Working paper no. 2010-15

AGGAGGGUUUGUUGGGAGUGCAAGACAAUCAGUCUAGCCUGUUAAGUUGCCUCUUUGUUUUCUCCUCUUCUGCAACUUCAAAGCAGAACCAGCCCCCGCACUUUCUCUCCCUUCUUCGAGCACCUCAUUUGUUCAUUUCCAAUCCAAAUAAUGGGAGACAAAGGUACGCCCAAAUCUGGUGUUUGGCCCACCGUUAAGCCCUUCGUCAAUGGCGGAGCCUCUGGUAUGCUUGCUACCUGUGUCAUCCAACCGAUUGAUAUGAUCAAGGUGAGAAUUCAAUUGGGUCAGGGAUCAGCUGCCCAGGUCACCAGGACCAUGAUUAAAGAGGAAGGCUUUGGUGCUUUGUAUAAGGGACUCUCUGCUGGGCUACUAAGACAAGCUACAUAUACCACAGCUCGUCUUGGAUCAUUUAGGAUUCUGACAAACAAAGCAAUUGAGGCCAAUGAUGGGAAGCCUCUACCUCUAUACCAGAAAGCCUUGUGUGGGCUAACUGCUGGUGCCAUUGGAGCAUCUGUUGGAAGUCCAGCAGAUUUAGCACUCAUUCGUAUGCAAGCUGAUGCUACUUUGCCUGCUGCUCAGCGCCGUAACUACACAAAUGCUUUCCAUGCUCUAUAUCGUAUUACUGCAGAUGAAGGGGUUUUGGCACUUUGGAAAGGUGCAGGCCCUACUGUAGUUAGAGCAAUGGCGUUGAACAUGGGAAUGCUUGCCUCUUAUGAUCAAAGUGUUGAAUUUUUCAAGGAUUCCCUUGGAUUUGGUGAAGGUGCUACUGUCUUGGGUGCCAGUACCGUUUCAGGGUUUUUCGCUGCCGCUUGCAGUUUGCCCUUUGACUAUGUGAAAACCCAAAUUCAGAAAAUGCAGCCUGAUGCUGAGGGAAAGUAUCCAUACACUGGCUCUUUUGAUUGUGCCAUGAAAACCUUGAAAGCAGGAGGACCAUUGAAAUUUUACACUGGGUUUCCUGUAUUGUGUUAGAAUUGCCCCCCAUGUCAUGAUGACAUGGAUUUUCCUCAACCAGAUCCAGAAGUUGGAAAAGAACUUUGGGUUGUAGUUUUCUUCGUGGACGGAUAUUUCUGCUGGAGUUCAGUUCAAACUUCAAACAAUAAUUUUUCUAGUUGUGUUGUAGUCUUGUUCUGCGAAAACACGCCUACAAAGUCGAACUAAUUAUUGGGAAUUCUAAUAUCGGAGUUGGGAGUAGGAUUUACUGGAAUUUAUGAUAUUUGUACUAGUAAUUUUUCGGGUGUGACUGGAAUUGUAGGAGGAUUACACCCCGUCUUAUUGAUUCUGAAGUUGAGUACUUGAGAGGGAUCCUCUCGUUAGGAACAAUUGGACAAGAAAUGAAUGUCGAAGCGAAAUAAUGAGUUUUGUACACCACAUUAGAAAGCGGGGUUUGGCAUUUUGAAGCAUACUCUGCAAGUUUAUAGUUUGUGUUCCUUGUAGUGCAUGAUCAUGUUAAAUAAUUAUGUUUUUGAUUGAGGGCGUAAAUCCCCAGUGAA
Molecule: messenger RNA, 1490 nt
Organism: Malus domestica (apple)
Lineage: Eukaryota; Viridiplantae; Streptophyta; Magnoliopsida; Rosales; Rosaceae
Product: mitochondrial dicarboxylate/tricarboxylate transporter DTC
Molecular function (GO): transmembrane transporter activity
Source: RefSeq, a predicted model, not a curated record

Despite many changing demographic processes in Mexico—declining adult mortality, rising divorce, and rising nonmarital fertility—children’s family structure has been most affected by rising migration rates. Data from five national surveys spanning three decades demonstrate that since 1976, migration has shifted from the least common to the most common form of father household absence. Presently, over one in five children experience fathers’ migration by age fifteen; one in eleven experiences his departure to the United States. The proportions are significantly higher among children born in rural communities and born to less-educated mothers. The findings emphasize the importance of framing migration as a family process with implications for children’s living arrangements and attendant wellbeing, particularly in resource-constrained countries. The stability of children’s family life in these regions constitutes a substantial but poorly-measured cost of worldwide increases in migration.